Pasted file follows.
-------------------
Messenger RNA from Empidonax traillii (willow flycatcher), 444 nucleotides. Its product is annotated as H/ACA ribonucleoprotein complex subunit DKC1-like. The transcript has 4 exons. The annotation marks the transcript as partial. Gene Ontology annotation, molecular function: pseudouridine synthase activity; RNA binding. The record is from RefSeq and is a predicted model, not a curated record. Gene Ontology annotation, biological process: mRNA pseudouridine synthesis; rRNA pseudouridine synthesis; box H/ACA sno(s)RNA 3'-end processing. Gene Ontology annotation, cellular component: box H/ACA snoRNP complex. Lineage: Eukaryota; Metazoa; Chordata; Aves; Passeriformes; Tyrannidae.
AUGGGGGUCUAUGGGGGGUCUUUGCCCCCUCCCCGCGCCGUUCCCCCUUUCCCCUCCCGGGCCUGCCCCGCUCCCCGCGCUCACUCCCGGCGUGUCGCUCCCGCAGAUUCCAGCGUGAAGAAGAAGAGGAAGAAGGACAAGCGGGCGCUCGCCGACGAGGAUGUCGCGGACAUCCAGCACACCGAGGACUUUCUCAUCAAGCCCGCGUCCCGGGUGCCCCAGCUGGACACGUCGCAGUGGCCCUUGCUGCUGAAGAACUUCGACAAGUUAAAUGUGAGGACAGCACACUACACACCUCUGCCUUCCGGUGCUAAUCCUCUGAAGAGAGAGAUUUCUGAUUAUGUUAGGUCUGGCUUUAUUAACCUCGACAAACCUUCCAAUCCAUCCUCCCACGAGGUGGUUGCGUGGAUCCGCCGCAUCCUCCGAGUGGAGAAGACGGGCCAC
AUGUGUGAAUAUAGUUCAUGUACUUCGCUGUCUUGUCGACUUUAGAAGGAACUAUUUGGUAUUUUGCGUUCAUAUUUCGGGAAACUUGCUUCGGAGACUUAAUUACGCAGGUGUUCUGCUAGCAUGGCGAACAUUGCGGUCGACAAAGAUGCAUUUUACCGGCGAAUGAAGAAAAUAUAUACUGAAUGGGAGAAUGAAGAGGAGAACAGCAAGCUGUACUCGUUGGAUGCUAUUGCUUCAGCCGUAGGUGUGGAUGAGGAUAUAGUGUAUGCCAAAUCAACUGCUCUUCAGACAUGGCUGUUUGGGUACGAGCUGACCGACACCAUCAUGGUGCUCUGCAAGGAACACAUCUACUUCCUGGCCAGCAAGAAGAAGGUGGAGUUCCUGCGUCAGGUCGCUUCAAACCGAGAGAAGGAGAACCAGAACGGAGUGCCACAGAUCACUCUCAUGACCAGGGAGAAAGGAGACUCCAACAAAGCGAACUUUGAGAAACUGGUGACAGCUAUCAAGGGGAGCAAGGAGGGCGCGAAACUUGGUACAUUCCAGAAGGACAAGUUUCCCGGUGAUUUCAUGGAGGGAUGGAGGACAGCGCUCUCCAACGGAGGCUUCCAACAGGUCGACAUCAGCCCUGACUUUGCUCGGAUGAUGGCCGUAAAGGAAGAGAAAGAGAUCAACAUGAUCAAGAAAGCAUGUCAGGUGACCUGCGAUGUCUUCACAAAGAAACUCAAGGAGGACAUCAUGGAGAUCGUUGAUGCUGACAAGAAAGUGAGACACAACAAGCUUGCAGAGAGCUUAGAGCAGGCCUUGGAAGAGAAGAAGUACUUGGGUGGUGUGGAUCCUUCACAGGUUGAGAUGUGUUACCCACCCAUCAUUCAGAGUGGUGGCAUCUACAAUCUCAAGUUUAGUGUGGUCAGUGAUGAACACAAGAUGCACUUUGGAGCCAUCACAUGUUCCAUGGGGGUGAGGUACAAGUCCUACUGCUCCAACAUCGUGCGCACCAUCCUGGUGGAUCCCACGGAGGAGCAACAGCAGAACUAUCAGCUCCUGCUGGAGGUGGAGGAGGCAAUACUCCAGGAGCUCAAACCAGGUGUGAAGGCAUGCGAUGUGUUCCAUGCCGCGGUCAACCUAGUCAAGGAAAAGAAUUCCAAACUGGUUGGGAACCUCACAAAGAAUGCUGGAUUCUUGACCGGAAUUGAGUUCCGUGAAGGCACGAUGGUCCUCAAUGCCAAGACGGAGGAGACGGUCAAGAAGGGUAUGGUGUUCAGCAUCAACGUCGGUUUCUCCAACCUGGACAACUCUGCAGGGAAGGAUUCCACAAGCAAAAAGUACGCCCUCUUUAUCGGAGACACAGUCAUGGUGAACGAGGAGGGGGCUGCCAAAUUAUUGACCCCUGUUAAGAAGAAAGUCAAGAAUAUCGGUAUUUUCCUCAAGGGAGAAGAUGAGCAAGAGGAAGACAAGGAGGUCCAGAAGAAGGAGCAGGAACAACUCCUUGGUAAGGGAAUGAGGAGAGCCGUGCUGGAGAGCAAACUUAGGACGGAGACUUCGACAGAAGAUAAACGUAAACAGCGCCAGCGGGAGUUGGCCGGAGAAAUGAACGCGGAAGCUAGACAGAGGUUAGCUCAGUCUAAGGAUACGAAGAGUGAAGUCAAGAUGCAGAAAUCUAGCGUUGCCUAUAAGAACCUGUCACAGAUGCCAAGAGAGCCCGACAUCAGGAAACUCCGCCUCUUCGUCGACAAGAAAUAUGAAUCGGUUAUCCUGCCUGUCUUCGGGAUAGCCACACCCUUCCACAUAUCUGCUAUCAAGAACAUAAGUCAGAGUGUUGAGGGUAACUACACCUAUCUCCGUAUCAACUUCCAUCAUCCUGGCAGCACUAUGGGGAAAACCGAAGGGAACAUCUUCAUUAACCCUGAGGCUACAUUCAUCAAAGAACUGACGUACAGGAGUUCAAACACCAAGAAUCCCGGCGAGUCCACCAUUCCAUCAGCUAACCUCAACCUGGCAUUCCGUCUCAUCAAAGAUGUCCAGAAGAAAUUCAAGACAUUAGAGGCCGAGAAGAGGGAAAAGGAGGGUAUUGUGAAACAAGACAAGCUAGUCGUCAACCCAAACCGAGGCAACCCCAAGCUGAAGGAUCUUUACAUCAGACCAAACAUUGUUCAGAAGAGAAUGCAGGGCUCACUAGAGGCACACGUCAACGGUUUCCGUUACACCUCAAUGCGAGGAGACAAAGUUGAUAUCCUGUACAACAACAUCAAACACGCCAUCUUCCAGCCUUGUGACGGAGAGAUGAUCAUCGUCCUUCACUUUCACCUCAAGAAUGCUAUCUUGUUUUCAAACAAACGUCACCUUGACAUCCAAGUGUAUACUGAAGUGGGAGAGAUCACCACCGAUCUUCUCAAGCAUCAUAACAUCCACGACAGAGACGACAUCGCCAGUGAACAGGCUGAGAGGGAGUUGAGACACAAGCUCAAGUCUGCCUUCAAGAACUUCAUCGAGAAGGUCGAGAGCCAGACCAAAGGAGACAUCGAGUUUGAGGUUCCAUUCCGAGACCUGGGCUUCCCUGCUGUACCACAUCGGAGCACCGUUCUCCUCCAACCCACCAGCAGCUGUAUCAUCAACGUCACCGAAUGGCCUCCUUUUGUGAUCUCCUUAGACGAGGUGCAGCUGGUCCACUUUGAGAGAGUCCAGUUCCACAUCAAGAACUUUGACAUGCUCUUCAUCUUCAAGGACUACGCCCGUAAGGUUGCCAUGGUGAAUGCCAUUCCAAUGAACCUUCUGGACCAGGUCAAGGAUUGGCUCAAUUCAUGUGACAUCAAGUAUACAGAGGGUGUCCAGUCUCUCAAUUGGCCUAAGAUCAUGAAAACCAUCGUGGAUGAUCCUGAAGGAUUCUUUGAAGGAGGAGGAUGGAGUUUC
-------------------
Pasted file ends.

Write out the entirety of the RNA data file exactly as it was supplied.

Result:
Messenger RNA from Empidonax traillii (willow flycatcher), 444 nucleotides. Its product is annotated as H/ACA ribonucleoprotein complex subunit DKC1-like. The transcript has 4 exons. The annotation marks the transcript as partial. Gene Ontology annotation, molecular function: pseudouridine synthase activity; RNA binding. The record is from RefSeq and is a predicted model, not a curated record. Gene Ontology annotation, biological process: mRNA pseudouridine synthesis; rRNA pseudouridine synthesis; box H/ACA sno(s)RNA 3'-end processing. Gene Ontology annotation, cellular component: box H/ACA snoRNP complex. Lineage: Eukaryota; Metazoa; Chordata; Aves; Passeriformes; Tyrannidae.
AUGGGGGUCUAUGGGGGGUCUUUGCCCCCUCCCCGCGCCGUUCCCCCUUUCCCCUCCCGGGCCUGCCCCGCUCCCCGCGCUCACUCCCGGCGUGUCGCUCCCGCAGAUUCCAGCGUGAAGAAGAAGAGGAAGAAGGACAAGCGGGCGCUCGCCGACGAGGAUGUCGCGGACAUCCAGCACACCGAGGACUUUCUCAUCAAGCCCGCGUCCCGGGUGCCCCAGCUGGACACGUCGCAGUGGCCCUUGCUGCUGAAGAACUUCGACAAGUUAAAUGUGAGGACAGCACACUACACACCUCUGCCUUCCGGUGCUAAUCCUCUGAAGAGAGAGAUUUCUGAUUAUGUUAGGUCUGGCUUUAUUAACCUCGACAAACCUUCCAAUCCAUCCUCCCACGAGGUGGUUGCGUGGAUCCGCCGCAUCCUCCGAGUGGAGAAGACGGGCCAC
AUGUGUGAAUAUAGUUCAUGUACUUCGCUGUCUUGUCGACUUUAGAAGGAACUAUUUGGUAUUUUGCGUUCAUAUUUCGGGAAACUUGCUUCGGAGACUUAAUUACGCAGGUGUUCUGCUAGCAUGGCGAACAUUGCGGUCGACAAAGAUGCAUUUUACCGGCGAAUGAAGAAAAUAUAUACUGAAUGGGAGAAUGAAGAGGAGAACAGCAAGCUGUACUCGUUGGAUGCUAUUGCUUCAGCCGUAGGUGUGGAUGAGGAUAUAGUGUAUGCCAAAUCAACUGCUCUUCAGACAUGGCUGUUUGGGUACGAGCUGACCGACACCAUCAUGGUGCUCUGCAAGGAACACAUCUACUUCCUGGCCAGCAAGAAGAAGGUGGAGUUCCUGCGUCAGGUCGCUUCAAACCGAGAGAAGGAGAACCAGAACGGAGUGCCACAGAUCACUCUCAUGACCAGGGAGAAAGGAGACUCCAACAAAGCGAACUUUGAGAAACUGGUGACAGCUAUCAAGGGGAGCAAGGAGGGCGCGAAACUUGGUACAUUCCAGAAGGACAAGUUUCCCGGUGAUUUCAUGGAGGGAUGGAGGACAGCGCUCUCCAACGGAGGCUUCCAACAGGUCGACAUCAGCCCUGACUUUGCUCGGAUGAUGGCCGUAAAGGAAGAGAAAGAGAUCAACAUGAUCAAGAAAGCAUGUCAGGUGACCUGCGAUGUCUUCACAAAGAAACUCAAGGAGGACAUCAUGGAGAUCGUUGAUGCUGACAAGAAAGUGAGACACAACAAGCUUGCAGAGAGCUUAGAGCAGGCCUUGGAAGAGAAGAAGUACUUGGGUGGUGUGGAUCCUUCACAGGUUGAGAUGUGUUACCCACCCAUCAUUCAGAGUGGUGGCAUCUACAAUCUCAAGUUUAGUGUGGUCAGUGAUGAACACAAGAUGCACUUUGGAGCCAUCACAUGUUCCAUGGGGGUGAGGUACAAGUCCUACUGCUCCAACAUCGUGCGCACCAUCCUGGUGGAUCCCACGGAGGAGCAACAGCAGAACUAUCAGCUCCUGCUGGAGGUGGAGGAGGCAAUACUCCAGGAGCUCAAACCAGGUGUGAAGGCAUGCGAUGUGUUCCAUGCCGCGGUCAACCUAGUCAAGGAAAAGAAUUCCAAACUGGUUGGGAACCUCACAAAGAAUGCUGGAUUCUUGACCGGAAUUGAGUUCCGUGAAGGCACGAUGGUCCUCAAUGCCAAGACGGAGGAGACGGUCAAGAAGGGUAUGGUGUUCAGCAUCAACGUCGGUUUCUCCAACCUGGACAACUCUGCAGGGAAGGAUUCCACAAGCAAAAAGUACGCCCUCUUUAUCGGAGACACAGUCAUGGUGAACGAGGAGGGGGCUGCCAAAUUAUUGACCCCUGUUAAGAAGAAAGUCAAGAAUAUCGGUAUUUUCCUCAAGGGAGAAGAUGAGCAAGAGGAAGACAAGGAGGUCCAGAAGAAGGAGCAGGAACAACUCCUUGGUAAGGGAAUGAGGAGAGCCGUGCUGGAGAGCAAACUUAGGACGGAGACUUCGACAGAAGAUAAACGUAAACAGCGCCAGCGGGAGUUGGCCGGAGAAAUGAACGCGGAAGCUAGACAGAGGUUAGCUCAGUCUAAGGAUACGAAGAGUGAAGUCAAGAUGCAGAAAUCUAGCGUUGCCUAUAAGAACCUGUCACAGAUGCCAAGAGAGCCCGACAUCAGGAAACUCCGCCUCUUCGUCGACAAGAAAUAUGAAUCGGUUAUCCUGCCUGUCUUCGGGAUAGCCACACCCUUCCACAUAUCUGCUAUCAAGAACAUAAGUCAGAGUGUUGAGGGUAACUACACCUAUCUCCGUAUCAACUUCCAUCAUCCUGGCAGCACUAUGGGGAAAACCGAAGGGAACAUCUUCAUUAACCCUGAGGCUACAUUCAUCAAAGAACUGACGUACAGGAGUUCAAACACCAAGAAUCCCGGCGAGUCCACCAUUCCAUCAGCUAACCUCAACCUGGCAUUCCGUCUCAUCAAAGAUGUCCAGAAGAAAUUCAAGACAUUAGAGGCCGAGAAGAGGGAAAAGGAGGGUAUUGUGAAACAAGACAAGCUAGUCGUCAACCCAAACCGAGGCAACCCCAAGCUGAAGGAUCUUUACAUCAGACCAAACAUUGUUCAGAAGAGAAUGCAGGGCUCACUAGAGGCACACGUCAACGGUUUCCGUUACACCUCAAUGCGAGGAGACAAAGUUGAUAUCCUGUACAACAACAUCAAACACGCCAUCUUCCAGCCUUGUGACGGAGAGAUGAUCAUCGUCCUUCACUUUCACCUCAAGAAUGCUAUCUUGUUUUCAAACAAACGUCACCUUGACAUCCAAGUGUAUACUGAAGUGGGAGAGAUCACCACCGAUCUUCUCAAGCAUCAUAACAUCCACGACAGAGACGACAUCGCCAGUGAACAGGCUGAGAGGGAGUUGAGACACAAGCUCAAGUCUGCCUUCAAGAACUUCAUCGAGAAGGUCGAGAGCCAGACCAAAGGAGACAUCGAGUUUGAGGUUCCAUUCCGAGACCUGGGCUUCCCUGCUGUACCACAUCGGAGCACCGUUCUCCUCCAACCCACCAGCAGCUGUAUCAUCAACGUCACCGAAUGGCCUCCUUUUGUGAUCUCCUUAGACGAGGUGCAGCUGGUCCACUUUGAGAGAGUCCAGUUCCACAUCAAGAACUUUGACAUGCUCUUCAUCUUCAAGGACUACGCCCGUAAGGUUGCCAUGGUGAAUGCCAUUCCAAUGAACCUUCUGGACCAGGUCAAGGAUUGGCUCAAUUCAUGUGACAUCAAGUAUACAGAGGGUGUCCAGUCUCUCAAUUGGCCUAAGAUCAUGAAAACCAUCGUGGAUGAUCCUGAAGGAUUCUUUGAAGGAGGAGGAUGGAGUUUC